Belong, A Poem

standing with a mic in hand

I’ll get just about six hours of sleep if I manage to finish writing this quicker than I usually do. See, sometimes the words show up at the worst times possible. As I’m sat on my work desk tomorrow, I’ll both lament my missed hours of sleep and profusely thank my writer-self for hopefully having written something. Regardless, only for the sake of some reduction in the dark circles under my eyes, I’ll get straight to the point.

The past Monday at Tech Nottingham, I was facing an audience reading one of the first poems I wrote in 2016 as a fresh-faced International first year student in Nottingham, having traveled from then-home, Saudi Arabia. I promise you, I didn’t mean to do a lightning talk…but I have some friends whose encouragement seems to always get to me. Sure enough, next minute you know, I’m up reading a poem from the notes app of my broken-screen phone.

The poem is rather a simple and honest one.

I last read it in front of about 9 people, 3 years ago.

Even today, my hands seem to quiver once I reach the last sentence.

I like to call it, Belong.

i come from a country i didn’t grow up in
so if you ask me to name streets or
some pre-historic shops
that sold antiques or sweets
i will nod and tell you this:

i know the alley where
my grandfather built
his home
a not-at-all-posh place
once surrounded by grass
up till here
but now, bustling with
3 story unplanned buildings
built by the sons and daughters
of my grandfather’s friends,
so their offspring could
inherit a nest the size of a palace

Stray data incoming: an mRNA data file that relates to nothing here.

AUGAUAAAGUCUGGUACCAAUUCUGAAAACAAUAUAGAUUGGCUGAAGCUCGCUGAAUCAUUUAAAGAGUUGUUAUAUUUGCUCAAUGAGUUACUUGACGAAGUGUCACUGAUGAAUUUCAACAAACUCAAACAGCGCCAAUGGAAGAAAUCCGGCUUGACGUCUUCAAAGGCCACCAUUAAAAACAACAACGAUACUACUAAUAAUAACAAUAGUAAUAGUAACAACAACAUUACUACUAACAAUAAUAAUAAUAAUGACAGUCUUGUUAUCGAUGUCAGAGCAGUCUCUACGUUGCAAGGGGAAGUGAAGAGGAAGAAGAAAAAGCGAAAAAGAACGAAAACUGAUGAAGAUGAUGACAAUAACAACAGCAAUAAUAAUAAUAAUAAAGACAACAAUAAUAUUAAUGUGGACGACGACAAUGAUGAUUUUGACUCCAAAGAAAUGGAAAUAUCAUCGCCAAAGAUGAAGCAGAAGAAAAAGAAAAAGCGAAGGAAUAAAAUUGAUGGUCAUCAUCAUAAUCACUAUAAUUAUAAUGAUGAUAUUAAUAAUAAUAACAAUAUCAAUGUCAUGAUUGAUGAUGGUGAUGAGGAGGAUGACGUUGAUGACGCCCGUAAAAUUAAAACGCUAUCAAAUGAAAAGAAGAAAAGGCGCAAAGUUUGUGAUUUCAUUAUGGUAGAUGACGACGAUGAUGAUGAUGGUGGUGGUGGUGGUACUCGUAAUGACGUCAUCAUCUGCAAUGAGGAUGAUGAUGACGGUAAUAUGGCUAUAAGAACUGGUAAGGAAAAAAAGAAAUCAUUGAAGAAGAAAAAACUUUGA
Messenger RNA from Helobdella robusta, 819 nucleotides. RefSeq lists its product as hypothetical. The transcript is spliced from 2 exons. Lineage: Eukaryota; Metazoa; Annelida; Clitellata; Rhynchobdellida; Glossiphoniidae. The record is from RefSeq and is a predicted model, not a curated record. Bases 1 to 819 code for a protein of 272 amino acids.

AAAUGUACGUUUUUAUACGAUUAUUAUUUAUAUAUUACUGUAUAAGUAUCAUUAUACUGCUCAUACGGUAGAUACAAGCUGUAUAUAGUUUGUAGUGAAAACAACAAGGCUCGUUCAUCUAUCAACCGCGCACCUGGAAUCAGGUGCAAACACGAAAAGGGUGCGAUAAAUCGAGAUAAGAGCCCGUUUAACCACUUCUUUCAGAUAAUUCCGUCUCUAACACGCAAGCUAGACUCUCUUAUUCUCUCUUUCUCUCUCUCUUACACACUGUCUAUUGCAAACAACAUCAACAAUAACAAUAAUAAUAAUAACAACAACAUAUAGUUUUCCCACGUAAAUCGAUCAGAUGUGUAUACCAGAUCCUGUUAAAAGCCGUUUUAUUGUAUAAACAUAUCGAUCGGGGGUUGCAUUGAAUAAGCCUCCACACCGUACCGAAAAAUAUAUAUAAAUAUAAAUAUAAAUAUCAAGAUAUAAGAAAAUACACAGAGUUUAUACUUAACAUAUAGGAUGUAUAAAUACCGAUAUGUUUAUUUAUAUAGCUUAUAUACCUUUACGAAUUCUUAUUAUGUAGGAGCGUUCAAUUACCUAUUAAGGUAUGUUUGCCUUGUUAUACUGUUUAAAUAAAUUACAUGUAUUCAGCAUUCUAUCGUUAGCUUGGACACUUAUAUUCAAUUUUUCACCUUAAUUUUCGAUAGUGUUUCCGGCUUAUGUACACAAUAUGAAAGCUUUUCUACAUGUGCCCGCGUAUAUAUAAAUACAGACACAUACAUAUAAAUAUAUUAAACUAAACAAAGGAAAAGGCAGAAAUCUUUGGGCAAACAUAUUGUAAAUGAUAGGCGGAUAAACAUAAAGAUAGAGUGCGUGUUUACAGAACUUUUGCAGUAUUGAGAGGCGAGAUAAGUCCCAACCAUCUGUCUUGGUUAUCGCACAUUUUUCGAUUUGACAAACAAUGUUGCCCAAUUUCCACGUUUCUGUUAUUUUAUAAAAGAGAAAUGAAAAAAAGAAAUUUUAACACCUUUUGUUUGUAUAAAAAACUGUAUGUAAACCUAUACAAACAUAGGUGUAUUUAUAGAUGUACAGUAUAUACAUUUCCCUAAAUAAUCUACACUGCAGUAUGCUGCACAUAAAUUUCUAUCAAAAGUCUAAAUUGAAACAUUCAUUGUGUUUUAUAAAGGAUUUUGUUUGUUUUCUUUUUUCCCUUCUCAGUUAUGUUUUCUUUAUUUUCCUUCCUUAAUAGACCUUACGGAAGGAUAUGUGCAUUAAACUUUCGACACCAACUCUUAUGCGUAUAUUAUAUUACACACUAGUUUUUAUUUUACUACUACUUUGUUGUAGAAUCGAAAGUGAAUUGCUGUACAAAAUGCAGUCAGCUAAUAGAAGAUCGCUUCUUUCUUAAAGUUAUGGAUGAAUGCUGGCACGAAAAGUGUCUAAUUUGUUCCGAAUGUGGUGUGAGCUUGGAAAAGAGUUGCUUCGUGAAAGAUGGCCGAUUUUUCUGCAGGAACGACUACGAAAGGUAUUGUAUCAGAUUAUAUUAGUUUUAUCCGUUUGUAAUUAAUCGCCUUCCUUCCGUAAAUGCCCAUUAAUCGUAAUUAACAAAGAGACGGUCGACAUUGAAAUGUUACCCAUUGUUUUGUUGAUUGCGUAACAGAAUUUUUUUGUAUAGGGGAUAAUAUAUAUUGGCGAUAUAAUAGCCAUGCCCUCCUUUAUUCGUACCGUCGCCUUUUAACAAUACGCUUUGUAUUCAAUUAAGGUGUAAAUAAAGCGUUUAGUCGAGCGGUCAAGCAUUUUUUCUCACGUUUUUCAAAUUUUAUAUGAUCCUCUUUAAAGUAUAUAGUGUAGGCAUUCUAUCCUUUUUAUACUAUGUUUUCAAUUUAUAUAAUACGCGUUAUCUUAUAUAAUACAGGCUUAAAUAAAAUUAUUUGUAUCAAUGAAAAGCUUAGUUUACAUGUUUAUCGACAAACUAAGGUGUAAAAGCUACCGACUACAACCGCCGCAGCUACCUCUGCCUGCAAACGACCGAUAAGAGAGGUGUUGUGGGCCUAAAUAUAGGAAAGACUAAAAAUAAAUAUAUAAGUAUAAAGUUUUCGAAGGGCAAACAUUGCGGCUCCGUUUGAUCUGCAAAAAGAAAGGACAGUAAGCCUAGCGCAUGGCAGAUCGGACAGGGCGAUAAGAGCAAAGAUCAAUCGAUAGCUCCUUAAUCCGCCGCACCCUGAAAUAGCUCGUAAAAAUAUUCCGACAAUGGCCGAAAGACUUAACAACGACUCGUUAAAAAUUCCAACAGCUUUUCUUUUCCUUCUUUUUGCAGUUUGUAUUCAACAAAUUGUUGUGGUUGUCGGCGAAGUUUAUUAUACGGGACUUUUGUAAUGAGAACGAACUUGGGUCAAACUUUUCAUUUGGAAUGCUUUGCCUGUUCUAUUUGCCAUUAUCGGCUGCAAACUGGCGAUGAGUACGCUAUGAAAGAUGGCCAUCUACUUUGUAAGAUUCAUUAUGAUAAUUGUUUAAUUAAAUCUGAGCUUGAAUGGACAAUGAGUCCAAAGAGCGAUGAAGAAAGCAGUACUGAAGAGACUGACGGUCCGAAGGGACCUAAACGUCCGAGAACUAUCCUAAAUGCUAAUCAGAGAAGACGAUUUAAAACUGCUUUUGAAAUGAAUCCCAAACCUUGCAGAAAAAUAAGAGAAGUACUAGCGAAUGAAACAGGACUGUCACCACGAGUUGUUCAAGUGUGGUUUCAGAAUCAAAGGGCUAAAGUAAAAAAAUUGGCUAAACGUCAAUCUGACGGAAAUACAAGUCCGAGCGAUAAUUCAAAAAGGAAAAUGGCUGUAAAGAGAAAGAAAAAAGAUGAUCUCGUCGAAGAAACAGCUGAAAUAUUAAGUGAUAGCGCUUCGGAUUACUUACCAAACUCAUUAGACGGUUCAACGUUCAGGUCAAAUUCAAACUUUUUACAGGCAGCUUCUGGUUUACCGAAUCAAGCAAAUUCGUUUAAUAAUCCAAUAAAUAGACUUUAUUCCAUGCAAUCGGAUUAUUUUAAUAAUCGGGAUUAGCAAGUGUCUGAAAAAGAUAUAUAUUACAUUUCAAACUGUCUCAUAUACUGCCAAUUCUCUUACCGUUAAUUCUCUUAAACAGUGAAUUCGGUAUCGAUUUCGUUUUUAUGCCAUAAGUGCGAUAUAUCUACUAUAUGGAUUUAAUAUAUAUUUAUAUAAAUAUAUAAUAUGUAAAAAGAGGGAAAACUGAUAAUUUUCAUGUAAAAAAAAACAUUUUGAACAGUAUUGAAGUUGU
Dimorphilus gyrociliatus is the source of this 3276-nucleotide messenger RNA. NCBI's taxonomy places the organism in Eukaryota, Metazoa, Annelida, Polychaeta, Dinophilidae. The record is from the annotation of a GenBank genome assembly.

lacking the superficial
status, the grandeur
gates replaced
by metal ones with
un-oiled hinges
so they creak so loud now
it’s considered street music

and i know
the vegetable man
and his kart
and his struggle
even today to
a vegetable man
he who screams
the 9 different
types of exquisite
in 9 different well-practiced
that jolt you awake
into an hypnotic
need to buy
dusty potatoes,

don’t even
get me started
on the kulfi
man, kulfi being
a cone shaped
frozen dairy dessert
kind of like an ice cream
if ice cream was justin biebs
and kulfi was Beyoncé.
so many days
I’ve chased the tune
that played from the kulfi
man’s kulfi
making machine,
and i know this sounds crazy
but i can hear it
with these ears
like some epic
movie soundtrack
for a backdrop
of someone
who’s found
home in a
place they didn’t
even grow up in.

Yet, I’m grateful
to my parents
and their decision
to leave a place
they did grow up in
just so they
could provide
better for me

and honestly,
this day’s quite special
standing here
even further away
from that alley

is proof they succeeded.
In fact, coming to the UK,
feels like i’m in space
and though physically
there’s more distance

the farther you go
the more home tugs
at you

and trust me,

home is a stubborn feeling.

it doesn’t need you to name shops or streets

it just knows you belong.

Until next time.


👈 Head back?